Hidden Dangers in the Sarahah App

There’s a popular app—currently, the third most popular free app for iPhone and iPad, with more than 62 million users worldwide—that is not only a parents’ nightmare for their kids’ health and well-being, but is also a privacy pitfall.

Called Sarahah and developed by Zain al-Abidin Tawfiq, the app is supposed to let the user’s connections leave anonymous compliments to brighten their day, along with “constructive criticism.”

Perhaps there was some honorable intent behind it. After all, how do you tell your co-worker that he has a problem with bad breath, or tell your best friend that her fiancé is having an affair? Unfortunately, that’s not the kind of “helpful” criticism users have reported receiving. Instead, there have been character attacks, hateful rhetoric about users’ lifestyles, racist hate speech, and even instructions to “just kill yourself already.”

What makes the messages even worse is the functionality of the app: these statements supposedly come from someone you know, which is far more damaging than hate from an anonymous stranger on the internet.

Now, researchers have discovered yet another problem with Sarahah. As in any instance in which someone makes an app available for free, there’s got to be a monetization trap-door. If the app isn’t making money through things like in-app purchases or advertising, then there’s a very good chance the terms and conditions of the app allow for data gathering and sale to third parties.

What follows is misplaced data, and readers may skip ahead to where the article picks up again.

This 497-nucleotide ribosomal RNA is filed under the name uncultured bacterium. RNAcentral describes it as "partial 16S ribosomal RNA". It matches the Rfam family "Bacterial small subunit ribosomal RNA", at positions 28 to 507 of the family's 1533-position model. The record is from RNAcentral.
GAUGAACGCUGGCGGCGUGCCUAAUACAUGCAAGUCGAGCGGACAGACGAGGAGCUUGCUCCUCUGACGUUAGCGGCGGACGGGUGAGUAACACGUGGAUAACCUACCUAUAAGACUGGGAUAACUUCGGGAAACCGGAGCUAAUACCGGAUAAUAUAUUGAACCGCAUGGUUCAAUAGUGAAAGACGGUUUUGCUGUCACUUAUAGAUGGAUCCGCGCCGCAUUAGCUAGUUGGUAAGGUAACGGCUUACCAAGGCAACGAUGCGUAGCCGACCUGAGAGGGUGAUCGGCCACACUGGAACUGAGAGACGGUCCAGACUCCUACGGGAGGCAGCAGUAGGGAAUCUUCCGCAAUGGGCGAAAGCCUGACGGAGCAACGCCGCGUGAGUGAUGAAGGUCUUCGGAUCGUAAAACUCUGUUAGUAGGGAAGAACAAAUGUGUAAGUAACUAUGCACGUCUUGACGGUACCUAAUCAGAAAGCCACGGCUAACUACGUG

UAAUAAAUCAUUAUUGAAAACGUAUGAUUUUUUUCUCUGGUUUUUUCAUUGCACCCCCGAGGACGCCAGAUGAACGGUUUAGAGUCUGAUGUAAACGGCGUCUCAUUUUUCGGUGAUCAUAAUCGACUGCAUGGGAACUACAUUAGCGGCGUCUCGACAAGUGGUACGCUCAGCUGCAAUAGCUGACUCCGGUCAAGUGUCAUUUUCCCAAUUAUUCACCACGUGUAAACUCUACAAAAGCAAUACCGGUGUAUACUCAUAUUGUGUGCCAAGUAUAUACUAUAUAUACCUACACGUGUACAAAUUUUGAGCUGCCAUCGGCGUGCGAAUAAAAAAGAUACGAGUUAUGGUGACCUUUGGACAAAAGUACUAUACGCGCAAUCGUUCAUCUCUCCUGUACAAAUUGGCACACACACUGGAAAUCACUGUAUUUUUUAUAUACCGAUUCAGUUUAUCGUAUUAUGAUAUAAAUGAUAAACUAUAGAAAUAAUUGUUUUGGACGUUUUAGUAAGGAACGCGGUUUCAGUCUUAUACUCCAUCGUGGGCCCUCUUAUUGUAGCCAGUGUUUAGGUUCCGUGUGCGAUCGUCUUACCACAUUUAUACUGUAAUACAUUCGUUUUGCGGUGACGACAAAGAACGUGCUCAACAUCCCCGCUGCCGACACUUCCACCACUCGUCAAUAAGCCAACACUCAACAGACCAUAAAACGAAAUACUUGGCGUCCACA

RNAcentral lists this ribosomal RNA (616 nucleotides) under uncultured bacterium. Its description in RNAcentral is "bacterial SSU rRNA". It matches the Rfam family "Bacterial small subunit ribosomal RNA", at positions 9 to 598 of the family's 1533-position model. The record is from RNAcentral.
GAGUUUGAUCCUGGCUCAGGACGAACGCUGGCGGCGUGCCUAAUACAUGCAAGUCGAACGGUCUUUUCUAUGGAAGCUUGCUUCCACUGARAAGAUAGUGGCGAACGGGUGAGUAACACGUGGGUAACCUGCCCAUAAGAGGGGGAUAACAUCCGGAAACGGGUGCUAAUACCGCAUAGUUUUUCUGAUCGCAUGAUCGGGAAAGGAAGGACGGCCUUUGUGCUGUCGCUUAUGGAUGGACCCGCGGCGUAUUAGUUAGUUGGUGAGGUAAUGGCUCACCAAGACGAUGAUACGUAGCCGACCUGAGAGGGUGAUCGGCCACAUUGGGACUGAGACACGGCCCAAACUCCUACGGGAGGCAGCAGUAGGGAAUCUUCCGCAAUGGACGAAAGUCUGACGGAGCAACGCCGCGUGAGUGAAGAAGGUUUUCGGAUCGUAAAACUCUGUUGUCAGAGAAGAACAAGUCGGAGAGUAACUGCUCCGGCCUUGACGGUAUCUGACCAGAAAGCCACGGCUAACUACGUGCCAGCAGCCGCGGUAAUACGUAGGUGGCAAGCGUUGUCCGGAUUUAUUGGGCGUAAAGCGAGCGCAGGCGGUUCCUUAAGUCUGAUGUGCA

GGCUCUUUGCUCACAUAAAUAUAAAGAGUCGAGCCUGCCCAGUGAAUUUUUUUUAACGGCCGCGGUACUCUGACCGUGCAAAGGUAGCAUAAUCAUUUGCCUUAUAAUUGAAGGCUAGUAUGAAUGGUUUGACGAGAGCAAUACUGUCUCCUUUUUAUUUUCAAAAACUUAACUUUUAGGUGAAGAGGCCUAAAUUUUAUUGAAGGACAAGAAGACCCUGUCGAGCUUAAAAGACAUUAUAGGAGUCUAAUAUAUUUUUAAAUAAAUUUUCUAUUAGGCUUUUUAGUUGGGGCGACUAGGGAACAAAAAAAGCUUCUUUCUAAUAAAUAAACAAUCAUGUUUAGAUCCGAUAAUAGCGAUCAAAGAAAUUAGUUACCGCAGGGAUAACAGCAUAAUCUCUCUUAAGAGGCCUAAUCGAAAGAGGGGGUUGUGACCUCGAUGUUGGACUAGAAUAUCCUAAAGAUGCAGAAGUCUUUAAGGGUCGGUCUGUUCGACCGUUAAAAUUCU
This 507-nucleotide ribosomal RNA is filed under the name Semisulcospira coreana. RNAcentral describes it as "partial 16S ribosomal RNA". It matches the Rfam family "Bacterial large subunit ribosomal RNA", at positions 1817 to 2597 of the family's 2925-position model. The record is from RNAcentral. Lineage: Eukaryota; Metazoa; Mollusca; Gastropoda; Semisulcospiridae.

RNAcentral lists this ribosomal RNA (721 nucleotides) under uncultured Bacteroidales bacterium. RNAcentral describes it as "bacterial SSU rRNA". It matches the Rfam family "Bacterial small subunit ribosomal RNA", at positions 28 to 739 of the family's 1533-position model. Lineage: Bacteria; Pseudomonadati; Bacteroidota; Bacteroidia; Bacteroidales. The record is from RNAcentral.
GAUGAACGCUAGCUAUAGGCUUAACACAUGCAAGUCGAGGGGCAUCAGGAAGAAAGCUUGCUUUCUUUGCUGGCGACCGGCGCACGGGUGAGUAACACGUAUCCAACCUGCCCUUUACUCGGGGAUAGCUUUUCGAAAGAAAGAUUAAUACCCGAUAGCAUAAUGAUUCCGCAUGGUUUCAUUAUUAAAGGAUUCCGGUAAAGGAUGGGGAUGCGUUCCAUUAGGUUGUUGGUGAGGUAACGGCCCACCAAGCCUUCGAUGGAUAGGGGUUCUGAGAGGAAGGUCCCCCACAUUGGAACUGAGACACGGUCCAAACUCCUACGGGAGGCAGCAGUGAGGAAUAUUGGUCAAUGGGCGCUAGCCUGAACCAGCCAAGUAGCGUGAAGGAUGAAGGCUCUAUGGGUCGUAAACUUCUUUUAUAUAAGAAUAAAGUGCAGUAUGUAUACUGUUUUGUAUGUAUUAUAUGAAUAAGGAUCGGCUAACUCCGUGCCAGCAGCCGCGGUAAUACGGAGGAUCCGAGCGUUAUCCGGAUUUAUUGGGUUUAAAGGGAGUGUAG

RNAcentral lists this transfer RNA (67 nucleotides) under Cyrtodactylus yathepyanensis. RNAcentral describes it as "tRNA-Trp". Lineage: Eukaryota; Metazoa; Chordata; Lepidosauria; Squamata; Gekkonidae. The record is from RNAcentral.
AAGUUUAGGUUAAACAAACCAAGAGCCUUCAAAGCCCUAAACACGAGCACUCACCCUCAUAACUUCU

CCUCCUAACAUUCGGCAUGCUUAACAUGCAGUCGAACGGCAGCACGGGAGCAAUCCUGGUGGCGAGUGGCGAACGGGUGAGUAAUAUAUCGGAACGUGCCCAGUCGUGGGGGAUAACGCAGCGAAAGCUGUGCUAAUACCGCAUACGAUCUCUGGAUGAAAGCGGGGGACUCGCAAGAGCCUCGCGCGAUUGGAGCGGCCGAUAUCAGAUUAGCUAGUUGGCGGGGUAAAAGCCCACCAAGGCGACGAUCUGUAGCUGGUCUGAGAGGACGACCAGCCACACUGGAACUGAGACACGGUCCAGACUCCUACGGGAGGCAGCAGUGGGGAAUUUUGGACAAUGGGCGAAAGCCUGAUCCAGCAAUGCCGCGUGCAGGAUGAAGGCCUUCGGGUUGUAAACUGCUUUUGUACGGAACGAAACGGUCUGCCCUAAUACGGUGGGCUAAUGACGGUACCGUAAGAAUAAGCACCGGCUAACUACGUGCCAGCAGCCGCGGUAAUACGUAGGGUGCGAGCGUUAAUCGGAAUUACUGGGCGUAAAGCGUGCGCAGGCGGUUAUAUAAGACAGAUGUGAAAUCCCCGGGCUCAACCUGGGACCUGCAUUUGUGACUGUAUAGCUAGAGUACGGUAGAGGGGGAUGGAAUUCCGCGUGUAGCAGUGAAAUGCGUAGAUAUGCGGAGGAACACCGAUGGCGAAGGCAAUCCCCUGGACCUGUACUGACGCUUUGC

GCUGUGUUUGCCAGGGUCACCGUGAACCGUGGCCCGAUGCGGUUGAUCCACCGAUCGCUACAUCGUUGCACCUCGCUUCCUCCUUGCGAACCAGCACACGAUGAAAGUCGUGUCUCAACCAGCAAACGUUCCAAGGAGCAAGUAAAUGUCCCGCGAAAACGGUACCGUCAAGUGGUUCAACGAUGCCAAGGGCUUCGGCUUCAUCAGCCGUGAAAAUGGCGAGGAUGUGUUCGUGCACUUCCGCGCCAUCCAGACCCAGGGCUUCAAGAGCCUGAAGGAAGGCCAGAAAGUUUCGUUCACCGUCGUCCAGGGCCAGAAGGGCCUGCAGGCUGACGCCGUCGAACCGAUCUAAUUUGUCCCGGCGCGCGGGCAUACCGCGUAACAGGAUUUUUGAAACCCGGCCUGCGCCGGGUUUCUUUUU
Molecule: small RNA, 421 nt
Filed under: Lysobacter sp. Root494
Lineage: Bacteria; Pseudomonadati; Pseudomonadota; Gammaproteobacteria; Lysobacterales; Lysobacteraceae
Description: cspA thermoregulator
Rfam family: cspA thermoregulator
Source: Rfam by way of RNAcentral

According to Zachary Julian, senior security analyst at Bishop Fox, Sarahah nabs your entire address book from your contacts and email account, then uploads it to its own servers. The company issued a statement shortly after the discovery, stating that it was designed to help your contacts find you on the app and that this functionality will be removed in later versions of the app. However, that information is a goldmine to advertisers, spammers, and hackers. The ability to grab 18 million people’s contacts lists can easily mean exponentially larger pools of potential spam recipients and scam victims.

It’s always important to understand the flaws in the latest software craze before you unleash it on your device and to investigate these apps and platforms thoroughly before installing them. Your data, your identity, and even your physical safety can be at risk.


Contact the Identity Theft Resource Center for toll-free, no-cost assistance at (888) 400-5530. For on-the-go assistance, check out the free ID Theft Help App from ITRC.

Read next: A Closer Look at your Apps’ Permissions

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